Gardens benefit the environment in many ways. They create more biodiversity, keep the soil on your property fertile and act as highly effective air purifiers by filtering carbon dioxide into oxygen and water. They also absorb chemicals and heavy metals from the ground, helping other plants thrive nearby.


Seal Your Cabin

Log cabins are more prone to drafts than most other houses. Gaps in the lumber can grow over time, allowing air to seep through and offset your HVAC system’s hard work. That’s why you need to perform routine staining and sealing. This minor repair will also create a rustic look that many cabin owners strive for.

You should add heavier curtains to trap the warm or cold air inside, depending on the time of year. Air seeps through windows all the time, even if they claim to have airtight seals. Just ensure the curtains and other objects don’t obstruct your vents so the air can move freely around the house.


Install a Water Harvesting System

Many cabins have natural water sources, but if yours doesn’t have such a luxury, you can always install a rainwater harvesting system. They capture rain and snowmelt, pump it through a purification system and send the clean water back into your piping. Recycled water can provide up to 50% of your cabin’s water supply, slashing your utility bills in the process.


Use Campfires Responsibly

Most cabin owners love campfires. When you have nothing else to do, you can always start a cozy fire and cook over it or relax with friends. However, many people act irresponsibly around them. They throw anything they want into the fire, including plastics that release toxic smoke into the air. Everyone around the fire breathes in the smoke, and it eventually reaches the soil and water sources.

You need to set strict rules around the campfire. Don’t throw anything in the flames besides dead or dying wood. Keep the green stuff out to avoid creating too much smoke or accidentally burning a poisonous plant. Garbage is a huge no-no. Always have a few buckets of water on standby in case the fire gets out of control.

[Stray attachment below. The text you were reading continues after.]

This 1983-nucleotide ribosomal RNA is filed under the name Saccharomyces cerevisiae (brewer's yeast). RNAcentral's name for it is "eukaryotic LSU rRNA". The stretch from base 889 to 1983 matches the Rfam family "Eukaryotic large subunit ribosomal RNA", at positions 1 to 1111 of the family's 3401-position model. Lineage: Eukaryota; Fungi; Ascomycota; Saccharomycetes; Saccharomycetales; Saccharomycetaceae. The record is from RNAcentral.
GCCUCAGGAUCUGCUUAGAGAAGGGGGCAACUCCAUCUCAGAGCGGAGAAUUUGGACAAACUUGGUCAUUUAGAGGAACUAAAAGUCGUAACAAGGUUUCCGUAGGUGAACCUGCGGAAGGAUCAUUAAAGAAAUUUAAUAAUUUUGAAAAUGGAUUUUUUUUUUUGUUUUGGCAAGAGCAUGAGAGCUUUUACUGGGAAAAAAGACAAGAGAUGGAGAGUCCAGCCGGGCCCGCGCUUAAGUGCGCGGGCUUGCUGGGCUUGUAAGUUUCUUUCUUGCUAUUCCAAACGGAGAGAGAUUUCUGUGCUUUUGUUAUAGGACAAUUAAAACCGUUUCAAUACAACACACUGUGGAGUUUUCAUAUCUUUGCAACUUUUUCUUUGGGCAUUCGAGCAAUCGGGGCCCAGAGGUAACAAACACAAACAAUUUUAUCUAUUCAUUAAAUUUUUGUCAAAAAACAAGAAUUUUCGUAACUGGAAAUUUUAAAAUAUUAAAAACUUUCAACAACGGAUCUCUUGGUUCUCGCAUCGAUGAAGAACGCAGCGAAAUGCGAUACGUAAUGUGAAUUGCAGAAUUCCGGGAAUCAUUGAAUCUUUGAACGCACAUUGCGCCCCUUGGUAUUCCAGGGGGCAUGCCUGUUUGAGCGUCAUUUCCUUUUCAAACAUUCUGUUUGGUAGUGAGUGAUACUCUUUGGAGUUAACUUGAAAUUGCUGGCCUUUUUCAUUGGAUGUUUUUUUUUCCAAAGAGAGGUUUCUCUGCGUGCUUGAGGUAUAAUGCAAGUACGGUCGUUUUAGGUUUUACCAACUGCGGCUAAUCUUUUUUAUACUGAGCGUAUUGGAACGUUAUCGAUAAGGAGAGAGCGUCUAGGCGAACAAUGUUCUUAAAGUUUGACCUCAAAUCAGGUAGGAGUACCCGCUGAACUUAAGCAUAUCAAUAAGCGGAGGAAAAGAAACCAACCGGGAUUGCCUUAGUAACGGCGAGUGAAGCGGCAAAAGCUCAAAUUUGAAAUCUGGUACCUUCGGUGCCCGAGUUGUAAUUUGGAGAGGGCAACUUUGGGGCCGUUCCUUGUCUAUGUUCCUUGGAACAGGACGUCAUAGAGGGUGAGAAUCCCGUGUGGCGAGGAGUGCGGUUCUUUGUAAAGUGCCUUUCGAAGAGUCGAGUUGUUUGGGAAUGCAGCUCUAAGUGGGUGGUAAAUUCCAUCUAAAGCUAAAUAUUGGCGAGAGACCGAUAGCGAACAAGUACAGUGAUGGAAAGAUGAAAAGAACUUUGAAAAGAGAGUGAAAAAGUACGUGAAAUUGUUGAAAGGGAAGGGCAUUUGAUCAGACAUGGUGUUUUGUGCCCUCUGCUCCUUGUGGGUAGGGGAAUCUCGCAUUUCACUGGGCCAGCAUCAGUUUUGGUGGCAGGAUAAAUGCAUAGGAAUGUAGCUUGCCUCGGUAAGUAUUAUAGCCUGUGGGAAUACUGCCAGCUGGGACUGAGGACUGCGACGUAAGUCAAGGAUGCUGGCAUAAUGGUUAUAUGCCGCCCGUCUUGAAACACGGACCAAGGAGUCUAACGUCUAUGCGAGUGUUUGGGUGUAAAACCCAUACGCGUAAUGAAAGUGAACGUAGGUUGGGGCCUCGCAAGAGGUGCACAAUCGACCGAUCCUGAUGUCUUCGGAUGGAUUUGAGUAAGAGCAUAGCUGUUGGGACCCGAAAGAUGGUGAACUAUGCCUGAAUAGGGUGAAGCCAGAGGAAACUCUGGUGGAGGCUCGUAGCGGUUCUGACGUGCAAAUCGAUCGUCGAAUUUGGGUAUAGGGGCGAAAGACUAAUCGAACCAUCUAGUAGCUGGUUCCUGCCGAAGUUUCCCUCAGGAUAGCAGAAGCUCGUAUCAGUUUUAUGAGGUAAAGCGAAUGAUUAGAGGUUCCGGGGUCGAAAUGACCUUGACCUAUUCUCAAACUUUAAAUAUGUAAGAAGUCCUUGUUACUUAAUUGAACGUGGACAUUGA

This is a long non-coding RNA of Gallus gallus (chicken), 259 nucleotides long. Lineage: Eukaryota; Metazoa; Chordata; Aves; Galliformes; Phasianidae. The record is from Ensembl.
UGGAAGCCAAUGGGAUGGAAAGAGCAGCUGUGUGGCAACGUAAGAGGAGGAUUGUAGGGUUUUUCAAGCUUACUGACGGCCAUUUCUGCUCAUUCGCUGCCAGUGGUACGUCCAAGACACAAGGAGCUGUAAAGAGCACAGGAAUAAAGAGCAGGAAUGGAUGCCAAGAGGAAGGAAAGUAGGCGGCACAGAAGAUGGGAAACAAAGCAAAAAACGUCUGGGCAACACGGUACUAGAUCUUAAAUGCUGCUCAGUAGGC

Leave No Trace

Any time you do an outdoor activity around your cabin, you should strive to leave no trace. Leave the environment exactly as you found it. Clean up after yourself and don’t do any needless damage, such as breaking tree branches or disrupting wildlife. You might have the deed to the property, but the animals have equal ownership of the land and deserve the same respect you would give to any other neighbor.


Set the Example for Other Cabin Owners

Moving to a cabin in the country is a great step toward eco-friendly living, but it’s not enough. You need to set an example for others by practicing these tips. Saving energy and supporting local animal and plant life should always be your top priorities. Some of these changes will take lots of effort to implement, but time seems to slow down when you live in a cabin. Use it wisely.


See Also: Environmentally Friendly Cabin Design

Rose Morrison is the managing editor of Renovated, a home living site where she loves to give advice to help even the most novice of DIY-ers make their home their haven. She has written for publications such as NCCER, the National Association of Real Estate, and BioFriendly Planet. When she isn't writing, you'll find her baking something to satisfy her never-ending sweet tooth. For more articles from Rose, you can follow her on Twitter or subscribe to the newsletter.